Foster's Group, Australia's biggest brewer, will return at least A$500 million ($631 million) to investors as it resists SABMiller's hostile takeover bid.
The return may include a capital reduction or share buyback and will be done this financial year subject to market conditions, Melbourne-based Foster's said.
The company yesterday posted a net loss of A$89 million in the 12 months ended June on charges from its former wine unit.
Buying back stock may help retain shareholder support as chief executive John Pollaers tries to revive earnings, including using A$55 million of cost reductions on brand promotion and international sales.
The Foster's board says SABMiller's A$9.5 billion offer is too low and comes after natural disasters and stalling Australian consumer spending hurt demand and narrowed margins.
The plan "buys Foster's management more time and gives them options to do more", said Chris Weston, an institutional dealer at IG Markets in Melbourne. "There had been expectations they would do a A$1 billion buyback."
The company is targeting "mid single digit" sales growth in the current year with earnings before interest and tax to rise more than revenue.
London-based SABMiller said on August 17 that it would cut its offer by any dividends paid out. Foster's yesterday said it would pay a second-half dividend of A13.25c.
Pollaers has been boss of Foster's since it completed the spinoff of Treasury Wine Estates, in May, ending a 15-year involvement in wine that cost more than A$8 billion to build and resulted in about A$3 billion of writedowns.
The company's net loss reported yesterday, included A$1.2 billion of losses related to the wine assets.
Excluding items, profit for the year was A$495 million, compared with the A$494 million median estimate of three analysts surveyed by Bloomberg News.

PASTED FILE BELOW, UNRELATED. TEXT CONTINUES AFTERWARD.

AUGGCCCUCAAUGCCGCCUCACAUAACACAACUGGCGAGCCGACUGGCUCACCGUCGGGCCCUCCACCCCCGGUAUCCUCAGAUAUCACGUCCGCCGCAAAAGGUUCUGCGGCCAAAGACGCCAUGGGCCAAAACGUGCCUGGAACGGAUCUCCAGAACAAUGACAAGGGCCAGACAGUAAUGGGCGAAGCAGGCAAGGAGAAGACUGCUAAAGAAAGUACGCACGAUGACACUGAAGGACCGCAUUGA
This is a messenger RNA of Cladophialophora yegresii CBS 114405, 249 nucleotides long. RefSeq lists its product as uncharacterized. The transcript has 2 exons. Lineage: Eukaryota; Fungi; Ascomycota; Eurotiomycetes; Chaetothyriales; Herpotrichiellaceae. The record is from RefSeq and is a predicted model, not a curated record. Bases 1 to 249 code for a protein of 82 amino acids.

Earnings before interest and tax from Australian brewing fell 6.2 per cent to A$847.8 million, the company said.
Foster's share of the Australian beer market has fallen to less than 50 per cent from about 55 per cent in 2005, as consumers shifted to craft brews and pre-mixed spirit drinks. The slide has eased and the company is holding at the same level as a year ago, it said.
January's flooding in two of Australia's three most popular states crimped sales and lowered profitability at the domestic beer business for the first time in a decade.
The company is cutting 145 jobs across its business and will review its "asset footprint", which should be concluded within six months, Foster's said yesterday.
The company's beer operating profit margin, or earnings before interest and tax as a proportion of sales, fell to 38.0 per cent compared with 38.7 per cent a year earlier.
That's higher than the 23.5 per cent of SABMiller in the year ended March and 30.8 per cent at Anheuser-Busch InBev, the world's biggest brewer, in the year ended December, according to data compiled by Bloomberg.
The Foster's board has declined to enter talks with SABMiller prompting it to take its offer straight to shareholders, which it did on August 17.
The takeover offer from the maker of Miller Lite and Grolsch will have to rise by about 6 per cent to A$5.20 to succeed, according to the median estimate of 13 analysts.